Communications Minister Faces Twitter Ire After Vimeo Ban i

Indonesian children log on a Facebook page at an Internet shop in Kuta, bali on Feb. 2, 2012. (AFP Photo/Sonny Tumbelaka).

By : webadmin | on 10:28 PM May 12, 2014
Category : News, Crime, Politics, Featured

Indonesian children log on a Facebook page at an Internet shop in Kuta, bali on Feb. 2, 2012. (AFP Photo/Sonny Tumbelaka). Indonesian children log onto Facebook at an Internet cafe in Kuta, Bali on Feb. 2, 2012. (AFP Photo/Sonny Tumbelaka).

Jakarta. Indonesia’s Ministry of Communications and Information on Monday announced it had banned video sharing site Vimeo, claiming that it hosted “pornographic” content, causing an outcry among local users.

“We’ve recently received several reports from the public about websites containing negative or pornographic elements... including the site vimeo.com,” the ministry said in a press statement. “From the results of our investigations we’ve found categories or channels containing pornographic videos on vimeo.com.”

The ministry said its research had uncovered on the site 7,712 videos tagged as “Nudie Cutie,” another 6,915 as “Art of Nakedness” and 1,186 as “Beautiful of Nakedness [sic],” among others.

Vimeo, in its terms of service, prohibits videos displaying sexually explicit content or pornography, but the New York-based site did not include nudity in its definition of pornography, the ministry said.

The site, founded in 2004, was the first video sharing site to support high definition, and became widely used by independent musicians and filmmakers for that reason.

Citing Indonesia’s controversial anti-pornography law, passed in 2008, the ministry said pornography included displays of “nudity or nudity-like features” and human genitals, and that all sites allowed in Indonesia were banned from running services offering such materials.

“Based on the aforementioned considerations, we’ve included the site vimeo.com in our TRUST+ Positif List, which currently contains 119 other pornographic sites,” the ministry said.

Updates to the list of blocked sites are distributed continually to local Internet service providers so that they may block access, the ministry said. The latest update was made on Friday.

As of Monday at noon, though, not all Indonesia-based ISPs had blocked Vimeo. Telkom began blocking the site on Sunday, but Telkomsel, Indosat, XL Axiata and First Media had not.

“If it is included in the Trust+ database of sites that should be blocked, of course we will block it,” Telkom’s vice president for public relations Arif Prabowo told Indonesian news portal kompas.com.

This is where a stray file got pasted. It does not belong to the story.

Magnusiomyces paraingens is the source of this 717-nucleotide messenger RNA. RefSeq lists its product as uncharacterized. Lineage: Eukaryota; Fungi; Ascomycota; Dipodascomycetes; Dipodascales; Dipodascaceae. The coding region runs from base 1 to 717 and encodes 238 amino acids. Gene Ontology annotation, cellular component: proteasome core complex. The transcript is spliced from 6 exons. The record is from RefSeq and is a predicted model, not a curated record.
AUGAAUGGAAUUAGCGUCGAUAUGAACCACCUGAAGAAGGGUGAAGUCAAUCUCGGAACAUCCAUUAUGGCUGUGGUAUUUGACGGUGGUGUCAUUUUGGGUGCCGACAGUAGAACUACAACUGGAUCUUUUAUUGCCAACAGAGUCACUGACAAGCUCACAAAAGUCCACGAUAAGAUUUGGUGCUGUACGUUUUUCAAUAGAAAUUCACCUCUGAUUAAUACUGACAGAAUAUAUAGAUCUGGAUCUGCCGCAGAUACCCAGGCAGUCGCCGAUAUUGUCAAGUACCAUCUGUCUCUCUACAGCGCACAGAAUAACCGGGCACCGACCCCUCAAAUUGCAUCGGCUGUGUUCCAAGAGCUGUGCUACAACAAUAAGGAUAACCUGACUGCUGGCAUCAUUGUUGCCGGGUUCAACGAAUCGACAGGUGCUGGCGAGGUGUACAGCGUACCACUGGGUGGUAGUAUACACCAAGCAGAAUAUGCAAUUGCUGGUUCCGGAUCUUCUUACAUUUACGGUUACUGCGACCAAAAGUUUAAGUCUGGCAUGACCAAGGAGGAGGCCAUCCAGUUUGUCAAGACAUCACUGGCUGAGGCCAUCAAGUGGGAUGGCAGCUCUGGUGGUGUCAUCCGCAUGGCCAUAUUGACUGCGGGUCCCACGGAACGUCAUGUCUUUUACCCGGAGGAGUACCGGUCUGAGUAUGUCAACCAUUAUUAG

The Indonesian Internet Service Provider Association (APJII) said other ISPs simply had not received the ministry’s latest update.

The partial ban sparked fierce protests from Indonesian Vimeo users, with many of them attacking Communications and Information Minister Tifatul Sembiring via his Twitter account, @tifsembiring.

“Dear Vimeo, you’ve been blocked by our government in Indonesia. I’m so sorry for how stupid our lovely minister, @tifsembiring [is],” one user, @falindra tweeted on Monday.

Another Twitter user, @katadochi, accused Tifatul of blocking the site because it hosted a fake campaign video of a legislative candidate from the Islamist leaning Prosperous Justice Party (PKS), featuring a dangdut singer performing a sensual dance.

Tifatul was formerly the head of PKS.

“So because 1 video on vimeo goes viral, @tifsembiring blocks vimeo. With all due respect, sir, you’re a douchebag," the user tweeted.

Tifatul denied the accusation, saying: “that video is defamatory. There was no such campaign by PKS. We’ve checked, it’s a promiscuous event and then [someone] put up a PKS banner...”

He also tweeted that his office had sent a letter to Vimeo, hoping it would respond well to the government’s request for stricter content filters, as in the case of YouTube, which has agreed to block videos containing pornographic materials in Indonesia.

“We’ve sent a letter to the management of http://Vimeo.com, so that they will shut pornographic contents,” Tifatul said. “With YouTube, their response and cooperation have gone smoothly. Hope [Vimeo] will respond well.”

Megi Margiyono, a cyber law expert with Indonesia Online Advocacy (Idola), an Internet watchdog, criticized the ban, arguing that the ministry should simply request Vimeo to filter the contents deemed pornographic rather than blocking the whole site.

He also questioned the ministry’s failure to advise all ISPs of the ban.

“Why do only certain ISPs get the ban order? Why not all ISPs?” Megi told kompas.com. “If it’s an order, it should be received by all ISPs.”

Tifatul and his ministry have been at the forefront of Indonesia’s war against pornography. In 2012, he said his ministry had blocked access to as many as a million porn sites.

In the past few days, Tifatul has caused additional controversy on twitter over a seemingly flippant reply to a question about Nigerian terrorist group Boko Haram.

He raised an uproar in March when he followed a pornographic twitter account "by accident."

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